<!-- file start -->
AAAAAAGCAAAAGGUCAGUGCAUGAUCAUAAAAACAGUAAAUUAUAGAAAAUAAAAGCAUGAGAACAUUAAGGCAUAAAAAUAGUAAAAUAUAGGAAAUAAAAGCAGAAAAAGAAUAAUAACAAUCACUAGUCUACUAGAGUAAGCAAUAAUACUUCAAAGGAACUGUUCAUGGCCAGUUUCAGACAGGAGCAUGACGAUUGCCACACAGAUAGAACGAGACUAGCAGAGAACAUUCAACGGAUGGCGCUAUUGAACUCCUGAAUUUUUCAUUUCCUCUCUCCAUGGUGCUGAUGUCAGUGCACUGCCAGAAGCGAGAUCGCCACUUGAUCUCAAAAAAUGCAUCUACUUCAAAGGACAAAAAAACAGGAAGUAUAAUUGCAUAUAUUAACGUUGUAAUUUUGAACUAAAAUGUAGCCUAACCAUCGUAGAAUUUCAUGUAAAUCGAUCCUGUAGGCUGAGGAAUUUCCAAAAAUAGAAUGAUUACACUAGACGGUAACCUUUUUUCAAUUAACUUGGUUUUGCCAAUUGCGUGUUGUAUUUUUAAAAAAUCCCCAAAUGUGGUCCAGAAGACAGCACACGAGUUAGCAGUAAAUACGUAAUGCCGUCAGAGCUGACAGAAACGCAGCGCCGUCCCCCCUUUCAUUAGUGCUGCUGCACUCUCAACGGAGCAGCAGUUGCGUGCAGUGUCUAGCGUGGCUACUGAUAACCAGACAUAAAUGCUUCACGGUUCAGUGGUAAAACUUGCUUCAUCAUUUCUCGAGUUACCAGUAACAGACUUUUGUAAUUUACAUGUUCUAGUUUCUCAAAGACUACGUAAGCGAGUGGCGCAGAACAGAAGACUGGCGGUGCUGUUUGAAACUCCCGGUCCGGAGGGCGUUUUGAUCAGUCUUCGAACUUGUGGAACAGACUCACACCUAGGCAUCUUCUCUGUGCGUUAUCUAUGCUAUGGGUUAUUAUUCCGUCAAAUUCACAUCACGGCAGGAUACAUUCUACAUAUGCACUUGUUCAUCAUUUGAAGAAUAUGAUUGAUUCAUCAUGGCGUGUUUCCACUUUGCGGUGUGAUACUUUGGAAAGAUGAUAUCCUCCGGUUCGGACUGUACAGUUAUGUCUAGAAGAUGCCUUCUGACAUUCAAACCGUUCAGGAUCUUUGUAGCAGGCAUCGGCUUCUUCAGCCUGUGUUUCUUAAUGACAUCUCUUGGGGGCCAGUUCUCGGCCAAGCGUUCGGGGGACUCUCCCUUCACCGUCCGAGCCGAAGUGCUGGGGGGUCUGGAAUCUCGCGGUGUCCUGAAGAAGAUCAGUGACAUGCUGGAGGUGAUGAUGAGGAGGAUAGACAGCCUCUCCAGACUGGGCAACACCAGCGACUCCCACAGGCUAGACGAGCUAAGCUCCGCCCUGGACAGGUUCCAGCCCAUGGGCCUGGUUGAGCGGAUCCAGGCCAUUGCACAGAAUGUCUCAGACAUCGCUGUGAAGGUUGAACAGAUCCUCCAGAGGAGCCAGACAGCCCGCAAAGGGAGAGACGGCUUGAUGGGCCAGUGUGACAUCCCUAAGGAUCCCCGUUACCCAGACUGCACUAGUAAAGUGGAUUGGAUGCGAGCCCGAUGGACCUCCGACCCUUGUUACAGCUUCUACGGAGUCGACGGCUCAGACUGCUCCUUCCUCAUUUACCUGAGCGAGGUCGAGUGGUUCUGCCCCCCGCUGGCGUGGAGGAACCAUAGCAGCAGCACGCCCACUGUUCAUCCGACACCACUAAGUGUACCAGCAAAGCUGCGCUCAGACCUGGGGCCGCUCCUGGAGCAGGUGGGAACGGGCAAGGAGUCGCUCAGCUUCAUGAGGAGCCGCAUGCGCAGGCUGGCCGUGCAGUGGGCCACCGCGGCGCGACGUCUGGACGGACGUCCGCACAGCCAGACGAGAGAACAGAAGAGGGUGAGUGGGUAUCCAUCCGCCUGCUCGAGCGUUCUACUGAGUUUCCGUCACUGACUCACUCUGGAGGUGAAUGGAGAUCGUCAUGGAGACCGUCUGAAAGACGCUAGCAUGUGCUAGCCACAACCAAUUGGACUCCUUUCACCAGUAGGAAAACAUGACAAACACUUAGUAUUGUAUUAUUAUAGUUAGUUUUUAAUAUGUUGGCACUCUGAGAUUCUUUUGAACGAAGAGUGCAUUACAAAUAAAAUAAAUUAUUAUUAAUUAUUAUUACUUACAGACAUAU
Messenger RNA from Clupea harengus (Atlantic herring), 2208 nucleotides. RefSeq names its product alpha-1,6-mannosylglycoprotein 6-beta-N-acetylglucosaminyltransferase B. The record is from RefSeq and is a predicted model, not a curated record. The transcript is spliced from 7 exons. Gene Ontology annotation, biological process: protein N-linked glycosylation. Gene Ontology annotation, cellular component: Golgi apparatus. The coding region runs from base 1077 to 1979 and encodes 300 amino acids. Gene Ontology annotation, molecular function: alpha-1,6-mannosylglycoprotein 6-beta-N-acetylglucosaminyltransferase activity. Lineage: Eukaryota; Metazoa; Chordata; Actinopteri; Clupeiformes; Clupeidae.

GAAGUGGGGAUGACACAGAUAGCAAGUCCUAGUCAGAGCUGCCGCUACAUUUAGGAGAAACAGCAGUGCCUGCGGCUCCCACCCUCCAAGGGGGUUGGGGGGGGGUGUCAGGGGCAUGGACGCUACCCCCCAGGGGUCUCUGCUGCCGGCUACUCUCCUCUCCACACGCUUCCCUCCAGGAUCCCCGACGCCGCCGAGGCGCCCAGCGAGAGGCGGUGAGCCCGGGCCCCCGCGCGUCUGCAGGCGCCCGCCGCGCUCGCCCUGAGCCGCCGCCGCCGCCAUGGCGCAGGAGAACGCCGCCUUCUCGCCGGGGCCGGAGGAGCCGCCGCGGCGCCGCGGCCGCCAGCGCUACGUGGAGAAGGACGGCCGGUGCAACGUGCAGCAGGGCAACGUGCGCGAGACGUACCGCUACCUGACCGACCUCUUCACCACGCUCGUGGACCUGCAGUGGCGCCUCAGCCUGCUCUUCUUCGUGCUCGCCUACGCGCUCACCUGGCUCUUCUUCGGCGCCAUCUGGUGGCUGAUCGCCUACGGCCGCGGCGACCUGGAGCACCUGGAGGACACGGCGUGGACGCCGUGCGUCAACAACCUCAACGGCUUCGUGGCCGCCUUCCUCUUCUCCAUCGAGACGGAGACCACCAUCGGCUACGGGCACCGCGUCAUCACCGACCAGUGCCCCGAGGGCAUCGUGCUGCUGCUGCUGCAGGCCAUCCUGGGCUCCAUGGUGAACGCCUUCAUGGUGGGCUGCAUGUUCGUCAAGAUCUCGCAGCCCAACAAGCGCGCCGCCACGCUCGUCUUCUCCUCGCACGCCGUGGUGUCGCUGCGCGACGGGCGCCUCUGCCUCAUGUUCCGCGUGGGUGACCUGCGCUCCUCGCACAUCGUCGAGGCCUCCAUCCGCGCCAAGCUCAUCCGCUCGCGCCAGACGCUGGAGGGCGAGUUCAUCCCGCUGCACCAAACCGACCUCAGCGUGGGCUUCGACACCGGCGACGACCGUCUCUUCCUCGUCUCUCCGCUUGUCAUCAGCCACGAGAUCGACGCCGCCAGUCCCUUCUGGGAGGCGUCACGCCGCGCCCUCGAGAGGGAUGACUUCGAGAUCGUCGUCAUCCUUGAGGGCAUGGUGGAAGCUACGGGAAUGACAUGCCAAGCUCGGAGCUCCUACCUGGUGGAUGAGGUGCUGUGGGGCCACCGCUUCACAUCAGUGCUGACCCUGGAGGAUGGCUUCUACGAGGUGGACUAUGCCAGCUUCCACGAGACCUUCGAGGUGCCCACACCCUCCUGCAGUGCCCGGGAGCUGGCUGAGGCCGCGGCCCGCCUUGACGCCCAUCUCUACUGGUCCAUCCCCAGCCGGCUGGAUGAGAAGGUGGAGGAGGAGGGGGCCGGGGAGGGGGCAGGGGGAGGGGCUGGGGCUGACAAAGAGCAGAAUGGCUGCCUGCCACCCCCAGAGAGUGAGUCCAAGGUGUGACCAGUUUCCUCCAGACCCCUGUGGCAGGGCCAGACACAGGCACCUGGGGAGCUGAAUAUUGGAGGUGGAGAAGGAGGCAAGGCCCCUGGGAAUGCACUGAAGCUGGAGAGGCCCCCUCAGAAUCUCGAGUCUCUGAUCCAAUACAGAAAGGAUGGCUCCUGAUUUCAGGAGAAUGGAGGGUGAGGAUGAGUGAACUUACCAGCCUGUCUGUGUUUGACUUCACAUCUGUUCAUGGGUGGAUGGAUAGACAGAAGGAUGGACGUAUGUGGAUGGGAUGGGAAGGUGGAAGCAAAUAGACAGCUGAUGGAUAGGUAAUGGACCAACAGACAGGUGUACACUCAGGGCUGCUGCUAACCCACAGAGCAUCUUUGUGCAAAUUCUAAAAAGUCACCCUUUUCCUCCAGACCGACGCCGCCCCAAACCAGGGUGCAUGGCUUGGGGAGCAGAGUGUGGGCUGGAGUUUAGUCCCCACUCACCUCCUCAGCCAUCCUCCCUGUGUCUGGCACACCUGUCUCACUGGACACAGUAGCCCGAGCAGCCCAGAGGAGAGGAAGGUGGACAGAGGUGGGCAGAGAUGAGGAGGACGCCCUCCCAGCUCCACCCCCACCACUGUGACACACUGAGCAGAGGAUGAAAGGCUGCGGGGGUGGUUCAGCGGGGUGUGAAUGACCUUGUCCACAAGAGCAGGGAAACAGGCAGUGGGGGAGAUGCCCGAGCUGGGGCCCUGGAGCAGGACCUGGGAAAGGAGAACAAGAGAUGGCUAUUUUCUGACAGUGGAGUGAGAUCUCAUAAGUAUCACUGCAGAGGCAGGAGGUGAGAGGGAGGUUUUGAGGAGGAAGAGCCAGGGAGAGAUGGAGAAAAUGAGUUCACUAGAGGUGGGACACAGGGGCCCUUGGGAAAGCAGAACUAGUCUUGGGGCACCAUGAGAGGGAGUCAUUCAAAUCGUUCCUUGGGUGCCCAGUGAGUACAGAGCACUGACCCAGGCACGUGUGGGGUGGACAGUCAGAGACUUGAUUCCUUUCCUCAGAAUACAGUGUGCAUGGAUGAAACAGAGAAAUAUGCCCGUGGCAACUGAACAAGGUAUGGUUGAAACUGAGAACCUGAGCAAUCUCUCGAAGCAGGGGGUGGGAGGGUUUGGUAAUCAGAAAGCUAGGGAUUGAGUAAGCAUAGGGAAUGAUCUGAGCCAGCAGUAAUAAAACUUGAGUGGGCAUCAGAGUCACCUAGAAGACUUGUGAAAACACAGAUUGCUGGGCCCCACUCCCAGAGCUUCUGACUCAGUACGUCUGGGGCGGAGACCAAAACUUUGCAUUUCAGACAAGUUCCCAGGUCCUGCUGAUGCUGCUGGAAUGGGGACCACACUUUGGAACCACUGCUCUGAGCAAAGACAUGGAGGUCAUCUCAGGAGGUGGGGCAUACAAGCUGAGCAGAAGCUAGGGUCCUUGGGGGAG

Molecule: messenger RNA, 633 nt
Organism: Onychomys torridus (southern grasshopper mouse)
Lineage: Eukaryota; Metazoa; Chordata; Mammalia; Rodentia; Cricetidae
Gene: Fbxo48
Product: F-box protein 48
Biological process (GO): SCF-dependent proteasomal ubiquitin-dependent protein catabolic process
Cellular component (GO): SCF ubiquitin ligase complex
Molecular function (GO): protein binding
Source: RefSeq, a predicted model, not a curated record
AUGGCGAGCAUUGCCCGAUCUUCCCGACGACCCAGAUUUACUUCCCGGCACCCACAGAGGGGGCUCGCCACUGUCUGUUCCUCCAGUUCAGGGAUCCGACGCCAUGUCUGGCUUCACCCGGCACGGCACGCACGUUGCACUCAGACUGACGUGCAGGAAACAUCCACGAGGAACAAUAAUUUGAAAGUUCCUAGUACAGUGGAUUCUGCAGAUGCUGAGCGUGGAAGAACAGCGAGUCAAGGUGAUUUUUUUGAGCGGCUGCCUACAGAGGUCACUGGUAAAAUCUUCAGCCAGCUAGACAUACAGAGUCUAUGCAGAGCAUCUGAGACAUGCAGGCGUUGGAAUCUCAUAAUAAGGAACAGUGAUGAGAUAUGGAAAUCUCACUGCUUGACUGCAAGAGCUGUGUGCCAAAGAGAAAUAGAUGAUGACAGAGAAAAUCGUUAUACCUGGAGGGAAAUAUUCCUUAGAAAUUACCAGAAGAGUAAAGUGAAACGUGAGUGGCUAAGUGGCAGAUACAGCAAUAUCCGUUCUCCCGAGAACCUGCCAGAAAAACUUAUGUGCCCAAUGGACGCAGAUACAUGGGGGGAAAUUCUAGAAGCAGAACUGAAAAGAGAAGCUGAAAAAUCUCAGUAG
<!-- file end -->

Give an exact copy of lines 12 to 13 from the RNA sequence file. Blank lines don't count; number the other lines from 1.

Source: RefSeq, a predicted model, not a curated record
AUGGCGAGCAUUGCCCGAUCUUCCCGACGACCCAGAUUUACUUCCCGGCACCCACAGAGGGGGCUCGCCACUGUCUGUUCCUCCAGUUCAGGGAUCCGACGCCAUGUCUGGCUUCACCCGGCACGGCACGCACGUUGCACUCAGACUGACGUGCAGGAAACAUCCACGAGGAACAAUAAUUUGAAAGUUCCUAGUACAGUGGAUUCUGCAGAUGCUGAGCGUGGAAGAACAGCGAGUCAAGGUGAUUUUUUUGAGCGGCUGCCUACAGAGGUCACUGGUAAAAUCUUCAGCCAGCUAGACAUACAGAGUCUAUGCAGAGCAUCUGAGACAUGCAGGCGUUGGAAUCUCAUAAUAAGGAACAGUGAUGAGAUAUGGAAAUCUCACUGCUUGACUGCAAGAGCUGUGUGCCAAAGAGAAAUAGAUGAUGACAGAGAAAAUCGUUAUACCUGGAGGGAAAUAUUCCUUAGAAAUUACCAGAAGAGUAAAGUGAAACGUGAGUGGCUAAGUGGCAGAUACAGCAAUAUCCGUUCUCCCGAGAACCUGCCAGAAAAACUUAUGUGCCCAAUGGACGCAGAUACAUGGGGGGAAAUUCUAGAAGCAGAACUGAAAAGAGAAGCUGAAAAAUCUCAGUAG